Lidar to hit mainstream in pockets (not on cars)

The first iPhone 12 Pro Max case showcasing the new enlarged triple cameras, smaller lidar sensor and flash. Courtesy OLD EXPLOSION TECHNOLOGY (VIA APPLETRACK and Forbes)

Back in 2016, I pitched a book about lidar and where it came from. I had little idea what I was getting myself into: lidar is a foundational technology in a vast array of fields about which I knew not a whole helluva lot — glaciology, bathymetry, aerial mapping, planetary science, geology, meteorology, hydrology, pollution monitoring, disaster recovery, archaeology, historical preservation, commercial aviation, the list goes on. What sold what would become became The Laser That’s Changing the World to the agent (John Willig) and, ultimately, to the Prometheus editor, was the idea that lidar was poised to hit the mainstream: it was and remains a core technology for self-driving cars.

But lidar’s hitting the mainstream not on cars, but in pockets.

Apple put a lidar sensor on the iPad Pro in March; as Gordon Kelly reports at Forbes, an even smaller version of the lidar’s going to be part of the camera package the high-end iPhone 12.

Self-driving cars are taking more time than anyone imagined they would. They’re still coming, and lidar’s still going to enable most of them. But lidar is about to enter the mainstream on a much smaller vehicle.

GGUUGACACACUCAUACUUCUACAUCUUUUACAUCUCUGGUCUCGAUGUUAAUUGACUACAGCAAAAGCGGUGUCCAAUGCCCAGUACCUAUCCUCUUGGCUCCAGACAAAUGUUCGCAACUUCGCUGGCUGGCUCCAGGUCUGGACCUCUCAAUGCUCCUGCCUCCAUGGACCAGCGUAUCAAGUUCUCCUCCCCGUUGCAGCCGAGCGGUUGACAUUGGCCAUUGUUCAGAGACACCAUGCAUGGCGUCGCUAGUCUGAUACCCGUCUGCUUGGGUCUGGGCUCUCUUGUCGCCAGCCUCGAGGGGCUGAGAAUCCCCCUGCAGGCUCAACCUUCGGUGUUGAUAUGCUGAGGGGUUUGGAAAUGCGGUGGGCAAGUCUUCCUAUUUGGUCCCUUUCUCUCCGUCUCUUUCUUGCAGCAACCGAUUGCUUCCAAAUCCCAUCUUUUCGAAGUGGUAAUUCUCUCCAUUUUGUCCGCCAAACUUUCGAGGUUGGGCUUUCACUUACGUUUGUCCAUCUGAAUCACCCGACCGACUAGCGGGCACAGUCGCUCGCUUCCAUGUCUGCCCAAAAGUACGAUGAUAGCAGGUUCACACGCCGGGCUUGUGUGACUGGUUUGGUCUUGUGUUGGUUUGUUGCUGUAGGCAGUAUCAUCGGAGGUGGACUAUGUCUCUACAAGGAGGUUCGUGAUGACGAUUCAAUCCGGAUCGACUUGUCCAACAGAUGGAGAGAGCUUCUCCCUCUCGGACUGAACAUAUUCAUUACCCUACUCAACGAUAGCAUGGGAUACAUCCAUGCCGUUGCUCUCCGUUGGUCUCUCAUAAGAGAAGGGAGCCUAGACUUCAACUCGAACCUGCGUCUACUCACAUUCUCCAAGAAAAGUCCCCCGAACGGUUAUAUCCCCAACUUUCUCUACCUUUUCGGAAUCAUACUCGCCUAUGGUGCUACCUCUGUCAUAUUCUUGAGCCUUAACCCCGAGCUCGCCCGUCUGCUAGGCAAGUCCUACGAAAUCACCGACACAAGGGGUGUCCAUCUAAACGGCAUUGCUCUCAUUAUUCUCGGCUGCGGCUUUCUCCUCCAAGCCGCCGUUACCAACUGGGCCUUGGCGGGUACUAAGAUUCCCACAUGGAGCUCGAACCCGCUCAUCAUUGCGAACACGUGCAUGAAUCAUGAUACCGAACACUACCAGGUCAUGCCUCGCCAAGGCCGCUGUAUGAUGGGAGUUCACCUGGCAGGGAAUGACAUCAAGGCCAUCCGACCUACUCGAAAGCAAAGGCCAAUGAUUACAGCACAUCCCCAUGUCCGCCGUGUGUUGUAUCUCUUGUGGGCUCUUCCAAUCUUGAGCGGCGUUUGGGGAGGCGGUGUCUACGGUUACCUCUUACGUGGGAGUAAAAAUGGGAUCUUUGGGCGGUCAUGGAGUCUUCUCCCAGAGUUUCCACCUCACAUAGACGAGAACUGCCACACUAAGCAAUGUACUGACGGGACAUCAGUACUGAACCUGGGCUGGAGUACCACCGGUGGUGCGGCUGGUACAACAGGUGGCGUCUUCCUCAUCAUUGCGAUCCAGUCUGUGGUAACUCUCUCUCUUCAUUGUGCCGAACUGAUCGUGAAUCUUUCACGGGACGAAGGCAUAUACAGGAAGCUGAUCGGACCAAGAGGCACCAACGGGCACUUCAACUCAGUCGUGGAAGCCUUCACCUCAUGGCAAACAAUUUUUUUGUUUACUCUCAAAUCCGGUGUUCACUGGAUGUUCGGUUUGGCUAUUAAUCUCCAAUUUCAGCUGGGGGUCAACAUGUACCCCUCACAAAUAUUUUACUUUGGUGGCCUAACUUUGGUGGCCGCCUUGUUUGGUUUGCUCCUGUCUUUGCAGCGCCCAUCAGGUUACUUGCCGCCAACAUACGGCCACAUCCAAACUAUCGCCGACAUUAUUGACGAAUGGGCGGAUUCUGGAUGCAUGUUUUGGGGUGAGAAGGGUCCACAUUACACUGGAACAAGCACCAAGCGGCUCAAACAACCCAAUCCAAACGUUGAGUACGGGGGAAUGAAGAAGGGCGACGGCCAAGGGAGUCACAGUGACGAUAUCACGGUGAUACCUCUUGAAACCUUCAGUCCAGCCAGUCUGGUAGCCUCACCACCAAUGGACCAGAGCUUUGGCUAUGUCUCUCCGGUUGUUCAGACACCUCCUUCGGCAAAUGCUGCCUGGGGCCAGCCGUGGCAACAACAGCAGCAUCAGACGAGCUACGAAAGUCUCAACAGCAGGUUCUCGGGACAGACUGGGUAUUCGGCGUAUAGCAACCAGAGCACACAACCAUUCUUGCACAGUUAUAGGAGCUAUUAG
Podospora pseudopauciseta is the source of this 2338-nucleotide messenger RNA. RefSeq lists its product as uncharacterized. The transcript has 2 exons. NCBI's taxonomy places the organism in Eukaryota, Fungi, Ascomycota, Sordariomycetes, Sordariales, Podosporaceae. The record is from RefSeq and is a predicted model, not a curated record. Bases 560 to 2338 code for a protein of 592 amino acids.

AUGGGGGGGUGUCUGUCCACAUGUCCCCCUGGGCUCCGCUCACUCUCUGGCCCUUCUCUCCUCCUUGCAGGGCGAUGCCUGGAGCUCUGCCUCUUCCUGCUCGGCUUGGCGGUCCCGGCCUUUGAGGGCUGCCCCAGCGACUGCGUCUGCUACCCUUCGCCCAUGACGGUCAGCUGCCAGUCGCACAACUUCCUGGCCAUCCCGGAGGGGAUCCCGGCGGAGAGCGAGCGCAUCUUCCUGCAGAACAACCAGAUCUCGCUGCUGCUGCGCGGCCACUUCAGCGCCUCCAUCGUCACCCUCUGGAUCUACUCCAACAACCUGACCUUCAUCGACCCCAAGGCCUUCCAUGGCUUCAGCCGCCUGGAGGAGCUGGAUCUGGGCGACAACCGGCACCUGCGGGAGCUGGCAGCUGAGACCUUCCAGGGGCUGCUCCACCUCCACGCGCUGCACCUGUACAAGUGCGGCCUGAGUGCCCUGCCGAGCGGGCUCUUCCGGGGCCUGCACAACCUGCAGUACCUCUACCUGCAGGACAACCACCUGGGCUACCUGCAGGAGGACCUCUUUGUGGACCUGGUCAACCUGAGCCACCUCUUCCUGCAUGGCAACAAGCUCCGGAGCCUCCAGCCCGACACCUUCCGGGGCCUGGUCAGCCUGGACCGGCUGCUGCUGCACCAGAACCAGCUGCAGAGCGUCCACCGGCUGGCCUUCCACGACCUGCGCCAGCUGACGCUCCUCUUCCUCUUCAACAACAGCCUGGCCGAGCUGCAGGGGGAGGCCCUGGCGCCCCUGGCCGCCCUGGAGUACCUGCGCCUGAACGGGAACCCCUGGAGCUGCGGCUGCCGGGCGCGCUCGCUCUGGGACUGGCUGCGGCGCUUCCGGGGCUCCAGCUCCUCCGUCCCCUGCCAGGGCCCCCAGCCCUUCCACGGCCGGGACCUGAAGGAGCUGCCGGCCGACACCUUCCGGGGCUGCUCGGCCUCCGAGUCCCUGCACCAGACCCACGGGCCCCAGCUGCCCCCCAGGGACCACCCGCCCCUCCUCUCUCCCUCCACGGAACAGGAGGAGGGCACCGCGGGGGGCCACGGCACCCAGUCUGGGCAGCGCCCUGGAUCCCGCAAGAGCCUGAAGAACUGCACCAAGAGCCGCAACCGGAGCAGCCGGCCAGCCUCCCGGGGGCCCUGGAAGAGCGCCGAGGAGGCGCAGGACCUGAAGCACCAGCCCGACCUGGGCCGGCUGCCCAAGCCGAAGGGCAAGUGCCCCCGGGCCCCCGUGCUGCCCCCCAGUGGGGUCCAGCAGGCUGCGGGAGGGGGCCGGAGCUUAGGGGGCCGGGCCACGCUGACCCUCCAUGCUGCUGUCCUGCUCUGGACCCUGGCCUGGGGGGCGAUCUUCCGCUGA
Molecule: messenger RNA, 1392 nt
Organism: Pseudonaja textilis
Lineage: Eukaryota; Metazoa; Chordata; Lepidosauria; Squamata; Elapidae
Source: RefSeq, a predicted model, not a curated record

What will having a laser mapper in your pocket mean?

First, no one really knows — any more than, when defense contractors and atmospheric scientists first started to fiddle with lidar in the early 1960s, they could have predicted the technology would one day map Mars, improve airport throughput by 20 percent, and jazz up Spider Man movies.

One obvious commercial use will be that, with lidar in your pocket, you’ll be able to do a quick scan of yourself in your skivvies, send the data to a digital clothier, and have perfectly-fitting outfits arrive on your doorstep a few days later. Zappos will also be all over it — scan your feet, stop ordering multiple sizes. Augmented reality gaming will harness the technology early also. Virtual walkthroughs will soon become a real-estate-business mainstay (unlike with a 360-degree camera, lidar-plus-camera technology won’t keep you on a digital swivel in the center of the room).

These are mundane ideas. Much more creative people than I am will do much better. I can’t wait to see what they come up with.

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